I keep my beloved retired horse at a farm that’s ringed with oak forests. One summer day, as I was paying my steed a visit, I looked off into the woods, and thought “mushrooms.”
The summer before, a friend of mine had found a good size hen of the woods. She showed it to me, and I convinced her to let me make a wild mushroom lasagna with it. The dish was a hit. I tried to remember exactly when that had transpired, but I wasn’t able to recall when she found that mushroom. I did remember that it was cool, however.
At home, I consulted Google, and ordered “Edible Wild Mushrooms of Illinois” from Amazon. Happily, I learned that the season for Hens wasn’t yet upon us. I had a few weeks to wait.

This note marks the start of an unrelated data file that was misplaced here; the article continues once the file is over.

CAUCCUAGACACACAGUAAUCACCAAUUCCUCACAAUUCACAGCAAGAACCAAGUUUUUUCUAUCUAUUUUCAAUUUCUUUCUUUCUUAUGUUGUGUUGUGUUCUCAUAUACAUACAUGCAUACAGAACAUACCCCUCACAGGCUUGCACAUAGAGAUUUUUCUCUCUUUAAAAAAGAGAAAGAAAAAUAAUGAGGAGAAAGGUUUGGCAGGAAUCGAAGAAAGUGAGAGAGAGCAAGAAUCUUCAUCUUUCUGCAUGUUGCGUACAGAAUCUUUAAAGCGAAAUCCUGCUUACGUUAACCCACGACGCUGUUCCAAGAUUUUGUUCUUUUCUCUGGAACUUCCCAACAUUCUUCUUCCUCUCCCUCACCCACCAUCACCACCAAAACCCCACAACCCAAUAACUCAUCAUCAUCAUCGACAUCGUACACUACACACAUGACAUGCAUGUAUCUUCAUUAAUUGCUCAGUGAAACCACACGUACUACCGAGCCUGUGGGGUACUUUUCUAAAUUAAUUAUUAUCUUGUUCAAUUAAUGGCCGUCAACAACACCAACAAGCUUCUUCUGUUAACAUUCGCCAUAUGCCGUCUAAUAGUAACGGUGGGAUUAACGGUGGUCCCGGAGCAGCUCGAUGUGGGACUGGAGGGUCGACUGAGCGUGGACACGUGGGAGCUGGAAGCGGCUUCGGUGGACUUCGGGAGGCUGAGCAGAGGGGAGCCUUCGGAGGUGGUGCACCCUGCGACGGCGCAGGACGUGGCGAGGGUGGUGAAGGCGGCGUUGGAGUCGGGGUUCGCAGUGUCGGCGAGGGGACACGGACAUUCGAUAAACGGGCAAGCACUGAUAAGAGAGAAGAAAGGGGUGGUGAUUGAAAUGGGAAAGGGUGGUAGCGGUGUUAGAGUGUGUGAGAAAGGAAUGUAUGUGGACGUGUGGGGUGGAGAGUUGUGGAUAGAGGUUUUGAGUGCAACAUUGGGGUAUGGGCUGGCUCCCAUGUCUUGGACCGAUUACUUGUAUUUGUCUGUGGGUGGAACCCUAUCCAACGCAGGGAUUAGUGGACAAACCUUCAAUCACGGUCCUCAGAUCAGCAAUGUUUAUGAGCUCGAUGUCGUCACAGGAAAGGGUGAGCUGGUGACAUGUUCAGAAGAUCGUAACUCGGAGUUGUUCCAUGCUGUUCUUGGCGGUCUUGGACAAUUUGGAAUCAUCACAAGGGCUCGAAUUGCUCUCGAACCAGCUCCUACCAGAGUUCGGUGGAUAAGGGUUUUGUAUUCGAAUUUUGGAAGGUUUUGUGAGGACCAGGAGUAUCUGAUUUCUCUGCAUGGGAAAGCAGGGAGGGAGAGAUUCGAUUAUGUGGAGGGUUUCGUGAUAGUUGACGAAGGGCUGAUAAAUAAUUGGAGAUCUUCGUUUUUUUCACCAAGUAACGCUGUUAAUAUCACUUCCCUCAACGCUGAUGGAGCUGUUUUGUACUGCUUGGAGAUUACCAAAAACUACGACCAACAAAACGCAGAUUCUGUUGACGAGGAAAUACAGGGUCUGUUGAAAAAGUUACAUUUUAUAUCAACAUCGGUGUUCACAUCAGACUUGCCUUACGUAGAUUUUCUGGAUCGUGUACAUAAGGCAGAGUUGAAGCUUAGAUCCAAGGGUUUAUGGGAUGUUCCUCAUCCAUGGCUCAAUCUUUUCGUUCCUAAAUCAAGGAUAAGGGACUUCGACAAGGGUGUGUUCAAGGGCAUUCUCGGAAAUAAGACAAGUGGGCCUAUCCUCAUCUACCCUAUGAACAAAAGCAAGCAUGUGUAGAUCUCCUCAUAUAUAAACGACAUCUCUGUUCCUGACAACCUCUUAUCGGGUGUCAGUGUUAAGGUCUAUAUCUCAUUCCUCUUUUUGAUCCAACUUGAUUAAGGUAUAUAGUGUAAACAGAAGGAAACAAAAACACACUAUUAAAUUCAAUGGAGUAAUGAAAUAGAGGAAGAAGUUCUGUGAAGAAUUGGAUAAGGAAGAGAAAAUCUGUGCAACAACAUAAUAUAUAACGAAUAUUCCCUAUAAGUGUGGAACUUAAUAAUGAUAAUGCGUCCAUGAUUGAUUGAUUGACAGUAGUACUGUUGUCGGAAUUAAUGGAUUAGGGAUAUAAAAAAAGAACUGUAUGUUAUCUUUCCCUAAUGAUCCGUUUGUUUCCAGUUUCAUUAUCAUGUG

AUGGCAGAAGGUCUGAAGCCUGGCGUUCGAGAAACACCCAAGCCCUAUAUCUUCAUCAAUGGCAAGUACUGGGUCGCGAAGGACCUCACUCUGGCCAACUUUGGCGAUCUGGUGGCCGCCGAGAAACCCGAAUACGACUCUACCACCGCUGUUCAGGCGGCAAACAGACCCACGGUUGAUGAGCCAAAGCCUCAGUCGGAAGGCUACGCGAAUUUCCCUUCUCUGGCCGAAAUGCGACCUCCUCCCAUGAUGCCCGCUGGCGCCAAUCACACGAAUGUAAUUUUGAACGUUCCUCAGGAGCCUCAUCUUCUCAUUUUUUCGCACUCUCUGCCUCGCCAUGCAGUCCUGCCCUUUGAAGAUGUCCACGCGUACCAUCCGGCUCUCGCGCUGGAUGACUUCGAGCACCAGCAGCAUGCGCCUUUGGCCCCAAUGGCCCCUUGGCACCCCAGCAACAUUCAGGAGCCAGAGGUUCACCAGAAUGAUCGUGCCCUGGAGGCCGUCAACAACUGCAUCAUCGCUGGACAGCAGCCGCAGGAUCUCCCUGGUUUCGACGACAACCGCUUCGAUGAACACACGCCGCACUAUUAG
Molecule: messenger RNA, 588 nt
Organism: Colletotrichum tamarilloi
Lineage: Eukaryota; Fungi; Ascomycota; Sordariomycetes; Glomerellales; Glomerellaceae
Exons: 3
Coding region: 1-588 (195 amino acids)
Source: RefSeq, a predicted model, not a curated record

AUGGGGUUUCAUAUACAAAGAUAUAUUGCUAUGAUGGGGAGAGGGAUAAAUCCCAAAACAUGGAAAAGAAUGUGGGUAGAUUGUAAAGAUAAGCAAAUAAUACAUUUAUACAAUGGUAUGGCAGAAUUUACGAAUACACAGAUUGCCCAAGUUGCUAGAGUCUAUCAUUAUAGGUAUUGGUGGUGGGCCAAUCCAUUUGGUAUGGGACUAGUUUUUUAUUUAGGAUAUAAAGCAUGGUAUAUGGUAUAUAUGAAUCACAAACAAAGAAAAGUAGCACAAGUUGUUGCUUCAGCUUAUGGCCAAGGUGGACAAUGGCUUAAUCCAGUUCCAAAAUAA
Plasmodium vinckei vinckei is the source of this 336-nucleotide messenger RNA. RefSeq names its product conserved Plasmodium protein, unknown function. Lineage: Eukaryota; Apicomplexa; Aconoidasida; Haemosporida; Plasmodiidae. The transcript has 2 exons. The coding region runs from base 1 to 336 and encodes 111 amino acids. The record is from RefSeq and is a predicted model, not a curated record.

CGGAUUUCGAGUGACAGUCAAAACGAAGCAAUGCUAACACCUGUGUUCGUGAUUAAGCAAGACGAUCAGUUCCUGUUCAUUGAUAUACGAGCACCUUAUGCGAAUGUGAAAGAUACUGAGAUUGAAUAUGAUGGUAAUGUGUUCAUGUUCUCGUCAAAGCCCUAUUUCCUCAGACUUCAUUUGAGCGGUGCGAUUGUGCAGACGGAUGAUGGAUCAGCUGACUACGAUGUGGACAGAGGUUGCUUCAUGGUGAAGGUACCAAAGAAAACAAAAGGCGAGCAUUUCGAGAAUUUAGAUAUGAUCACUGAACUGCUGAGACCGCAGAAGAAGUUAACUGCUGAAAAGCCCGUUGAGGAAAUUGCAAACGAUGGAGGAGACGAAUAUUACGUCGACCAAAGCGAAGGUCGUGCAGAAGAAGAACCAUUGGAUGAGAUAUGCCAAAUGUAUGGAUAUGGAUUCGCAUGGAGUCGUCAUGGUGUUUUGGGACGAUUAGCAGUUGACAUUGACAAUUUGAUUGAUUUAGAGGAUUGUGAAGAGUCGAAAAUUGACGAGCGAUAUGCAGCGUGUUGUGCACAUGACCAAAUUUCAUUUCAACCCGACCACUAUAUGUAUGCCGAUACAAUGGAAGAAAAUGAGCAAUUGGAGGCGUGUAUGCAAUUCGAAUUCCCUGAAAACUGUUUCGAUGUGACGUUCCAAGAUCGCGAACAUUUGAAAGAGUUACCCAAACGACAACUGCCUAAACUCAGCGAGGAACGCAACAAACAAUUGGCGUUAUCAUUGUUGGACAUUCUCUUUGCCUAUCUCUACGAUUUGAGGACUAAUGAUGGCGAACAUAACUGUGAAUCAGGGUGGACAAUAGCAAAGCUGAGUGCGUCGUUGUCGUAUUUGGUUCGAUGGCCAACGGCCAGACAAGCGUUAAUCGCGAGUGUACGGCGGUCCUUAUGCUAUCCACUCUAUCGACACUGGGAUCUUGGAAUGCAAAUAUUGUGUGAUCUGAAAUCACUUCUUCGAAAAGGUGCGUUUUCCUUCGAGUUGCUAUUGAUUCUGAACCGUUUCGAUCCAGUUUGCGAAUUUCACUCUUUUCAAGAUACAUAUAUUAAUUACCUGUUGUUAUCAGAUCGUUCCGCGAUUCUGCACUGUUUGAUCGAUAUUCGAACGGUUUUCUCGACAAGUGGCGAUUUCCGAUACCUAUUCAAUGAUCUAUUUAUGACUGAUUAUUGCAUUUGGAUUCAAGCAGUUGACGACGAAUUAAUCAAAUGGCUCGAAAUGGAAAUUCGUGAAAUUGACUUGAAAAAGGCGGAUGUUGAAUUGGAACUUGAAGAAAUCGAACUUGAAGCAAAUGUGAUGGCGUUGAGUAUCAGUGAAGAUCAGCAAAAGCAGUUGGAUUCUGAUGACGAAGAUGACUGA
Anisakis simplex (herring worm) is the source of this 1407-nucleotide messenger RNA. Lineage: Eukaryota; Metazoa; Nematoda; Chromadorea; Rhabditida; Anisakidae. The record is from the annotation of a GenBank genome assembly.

The following weekend, when I went to check in on my horse, I took a walk through the woods. I noted dead and dying trees. My pulse quickened. I also saw a lot of nettles, burrs and poison ivy. Ugh.
The next few weeks were dry, and hot. Not a single fungus was to be seen, aside from a lichen here and there. I continued sallying forth, teaching my eyes to distinguish patterns on the forest floor, and to pick out lichens.
And then it rained.
I eagerly headed out, and found a gorgeous reward – a big, beautiful Hen of the Woods (also called maitake, or by its Latin name, Grifola Frodosa.) Reverently, I kneeled down, felt underneath it, and pulled it free. I strutted out of the wood with my prize, and went home to make a mushroom lasagne. (Cheesy, no tomato, just some spinach and ricotta filling, napped with bechamel and Parmesan.)
And that was just the beginning.